squash for Mexican Squash Soup

I’m always amazed how people come in and out of your life. Sometimes they are there for the long haul, other times they just seem to pop in and out and then there are those in the middle that you expect will endure, but surprisingly fade away. I used to mourn the idea of losing touch with a friend, but I’ve come to realize there is a better way by enjoying the time you have, finding personal growth in the relationship and learning about yourself and the type of friend you are and strive to be. Hopefully, both your life and theirs will be enhanced having spent time together….no matter the duration.  Moving half-way across our country has made me appreciate this sentiment, but I don’t do it with a heavy heart, rather with the awareness of how fortunate I’ve been to have cared for so many who reciprocated with matched affection.

squash and serrano for Mexican Squash Soup

Funny how life works out, but just before I arrived in Texas a special friend also relocated here from NC. I crossed paths with Sarah through the club industry and was quickly impressed by her professionalism and desire to excel and master her field.  It’s almost second nature to her to consider the impact of decisions and policies far beyond the immediate result but rather for the vision of the organization. Impressively her ambitions don’t preclude her from a willingness to seek alternate perspectives nor does she shirk any chore or request as something “outside of her area”. The flip side (there’s always a yang) is that her dedication at work often conflicts with a commitment to self….which leaves going to the market, let alone cooking, a dismal priority. Needless to say, I worry…her poor taste buds need a little week day ooolala!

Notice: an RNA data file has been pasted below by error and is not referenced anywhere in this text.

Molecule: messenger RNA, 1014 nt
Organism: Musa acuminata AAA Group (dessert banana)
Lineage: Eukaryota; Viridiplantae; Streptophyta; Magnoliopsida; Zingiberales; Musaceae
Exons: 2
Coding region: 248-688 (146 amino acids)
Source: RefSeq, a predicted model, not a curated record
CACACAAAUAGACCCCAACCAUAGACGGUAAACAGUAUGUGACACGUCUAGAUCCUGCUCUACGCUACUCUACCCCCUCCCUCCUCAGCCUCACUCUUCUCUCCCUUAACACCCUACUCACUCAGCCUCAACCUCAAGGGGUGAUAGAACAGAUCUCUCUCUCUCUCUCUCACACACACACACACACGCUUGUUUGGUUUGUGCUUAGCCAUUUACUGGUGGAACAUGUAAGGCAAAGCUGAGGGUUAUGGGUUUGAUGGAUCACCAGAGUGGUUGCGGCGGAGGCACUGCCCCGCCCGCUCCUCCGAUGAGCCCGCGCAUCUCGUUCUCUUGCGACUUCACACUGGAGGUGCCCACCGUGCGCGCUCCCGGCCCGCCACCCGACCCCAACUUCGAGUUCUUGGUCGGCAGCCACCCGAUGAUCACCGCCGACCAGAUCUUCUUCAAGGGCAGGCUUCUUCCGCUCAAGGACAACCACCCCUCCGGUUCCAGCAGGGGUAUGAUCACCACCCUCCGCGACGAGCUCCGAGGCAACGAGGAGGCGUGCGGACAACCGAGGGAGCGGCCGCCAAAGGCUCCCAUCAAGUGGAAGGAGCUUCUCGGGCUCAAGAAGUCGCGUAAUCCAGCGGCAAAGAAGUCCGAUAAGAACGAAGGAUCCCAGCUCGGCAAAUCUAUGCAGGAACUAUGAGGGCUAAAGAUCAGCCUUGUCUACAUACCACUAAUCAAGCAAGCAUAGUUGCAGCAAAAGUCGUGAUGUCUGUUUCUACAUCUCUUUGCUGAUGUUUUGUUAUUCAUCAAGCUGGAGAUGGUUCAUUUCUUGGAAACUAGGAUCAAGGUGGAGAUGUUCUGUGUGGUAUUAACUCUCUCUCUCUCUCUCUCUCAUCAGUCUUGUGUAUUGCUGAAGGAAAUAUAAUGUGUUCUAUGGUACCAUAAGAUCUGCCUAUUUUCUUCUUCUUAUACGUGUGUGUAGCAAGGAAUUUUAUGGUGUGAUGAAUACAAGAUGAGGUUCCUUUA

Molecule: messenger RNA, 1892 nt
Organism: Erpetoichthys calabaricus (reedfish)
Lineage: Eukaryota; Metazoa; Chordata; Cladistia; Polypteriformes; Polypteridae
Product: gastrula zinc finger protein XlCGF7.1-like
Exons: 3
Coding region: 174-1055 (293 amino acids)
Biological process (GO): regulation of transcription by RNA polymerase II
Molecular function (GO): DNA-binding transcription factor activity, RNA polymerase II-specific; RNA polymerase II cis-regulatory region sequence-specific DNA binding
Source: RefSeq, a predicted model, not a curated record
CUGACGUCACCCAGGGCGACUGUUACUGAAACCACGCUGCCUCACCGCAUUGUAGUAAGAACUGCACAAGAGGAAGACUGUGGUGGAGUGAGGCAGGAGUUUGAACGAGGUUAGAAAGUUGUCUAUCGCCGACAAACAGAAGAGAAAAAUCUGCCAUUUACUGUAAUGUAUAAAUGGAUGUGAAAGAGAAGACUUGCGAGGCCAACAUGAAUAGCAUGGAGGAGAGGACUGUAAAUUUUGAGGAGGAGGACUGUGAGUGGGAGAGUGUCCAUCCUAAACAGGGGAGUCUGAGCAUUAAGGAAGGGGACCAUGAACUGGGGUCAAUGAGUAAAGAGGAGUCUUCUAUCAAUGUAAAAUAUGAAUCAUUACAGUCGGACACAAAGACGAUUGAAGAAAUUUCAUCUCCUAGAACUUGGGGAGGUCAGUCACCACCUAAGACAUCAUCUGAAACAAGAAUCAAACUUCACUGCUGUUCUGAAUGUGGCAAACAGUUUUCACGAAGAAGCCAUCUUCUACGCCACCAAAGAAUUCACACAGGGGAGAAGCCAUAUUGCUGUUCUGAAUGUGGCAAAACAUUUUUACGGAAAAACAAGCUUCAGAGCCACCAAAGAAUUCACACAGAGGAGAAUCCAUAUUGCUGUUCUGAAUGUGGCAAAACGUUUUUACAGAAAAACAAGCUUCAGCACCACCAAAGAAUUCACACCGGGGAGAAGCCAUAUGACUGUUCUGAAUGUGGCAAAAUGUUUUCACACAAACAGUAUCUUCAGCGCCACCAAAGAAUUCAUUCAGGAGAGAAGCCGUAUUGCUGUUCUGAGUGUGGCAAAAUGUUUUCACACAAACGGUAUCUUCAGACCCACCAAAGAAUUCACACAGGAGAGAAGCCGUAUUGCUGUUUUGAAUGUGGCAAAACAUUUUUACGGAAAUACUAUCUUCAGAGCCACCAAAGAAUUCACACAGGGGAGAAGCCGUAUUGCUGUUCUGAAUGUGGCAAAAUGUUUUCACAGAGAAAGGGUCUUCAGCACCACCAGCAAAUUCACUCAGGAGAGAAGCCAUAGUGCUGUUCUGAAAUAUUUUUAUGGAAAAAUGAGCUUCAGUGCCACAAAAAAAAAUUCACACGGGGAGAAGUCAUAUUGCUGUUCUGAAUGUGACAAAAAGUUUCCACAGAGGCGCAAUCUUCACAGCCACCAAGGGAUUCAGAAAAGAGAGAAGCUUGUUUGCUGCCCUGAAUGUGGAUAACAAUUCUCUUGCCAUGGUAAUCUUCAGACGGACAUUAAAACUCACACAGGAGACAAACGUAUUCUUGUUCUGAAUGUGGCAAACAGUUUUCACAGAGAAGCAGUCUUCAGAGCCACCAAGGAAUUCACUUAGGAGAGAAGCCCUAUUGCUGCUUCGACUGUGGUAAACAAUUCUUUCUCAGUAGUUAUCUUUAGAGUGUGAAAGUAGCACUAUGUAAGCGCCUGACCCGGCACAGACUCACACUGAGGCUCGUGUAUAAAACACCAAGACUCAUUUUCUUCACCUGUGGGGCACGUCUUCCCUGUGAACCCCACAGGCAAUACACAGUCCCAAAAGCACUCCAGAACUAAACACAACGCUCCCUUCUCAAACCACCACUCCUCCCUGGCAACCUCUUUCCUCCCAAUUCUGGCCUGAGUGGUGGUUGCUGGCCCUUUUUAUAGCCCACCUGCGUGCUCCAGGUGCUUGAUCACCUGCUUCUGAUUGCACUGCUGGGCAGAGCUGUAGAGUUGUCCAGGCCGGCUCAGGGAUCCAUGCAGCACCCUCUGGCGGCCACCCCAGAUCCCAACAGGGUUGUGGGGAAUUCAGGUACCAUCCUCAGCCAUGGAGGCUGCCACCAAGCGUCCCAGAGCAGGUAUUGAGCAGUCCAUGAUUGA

red pepper for Mexican Squash Soup

I’ve not been to Rancho La Puerta (sniff sniff), but this creamy, spicy and yes, healthy squash soup hails from the famed spa. On a good day, if I squeeze my eyes shut and imagine so hard that billows of steam practically puff from my ears, I’m transported there in one delicious spoonful….albeit only for a few brief whiffs of wellness heaven. Obviously I didn’t come by the recipe firsthand (ahem), I came across it 5 years ago in Bon Appétit and have been making it ever since- for me, as well as my close friends  Eileen and Catherine who evidently endorse it because I’ve never seen one remaining speck  in either of their bowls. Sorry ladies! I figure if I make Sarah a pot of this soup she’ll have a dinner waiting for her each night that is tasty, nourishing and perhaps a bit inspiring. It’s the least I can do to express how having her in Texas makes my husband and I less disconnected from our previous life and more like being home…..a sense of family in this vast state.

Mexican Squash Soup

Mexican Squash Soup

Adapted from Rancho La Puerta's Azteca Squash Soup.

I go crazy for homemade chicken broth and you can make this soup with it, but you really don't need to as there are so many bold flavors going on already.


  • 3 lb butternut squash, halved lengthwise and seeded
  • 2 TBSP extra-virgin olive oil, plus more for squash
  • 2 cups yellow onion, medium chop (about 1 large)
  • 4 celery stalks, medium chop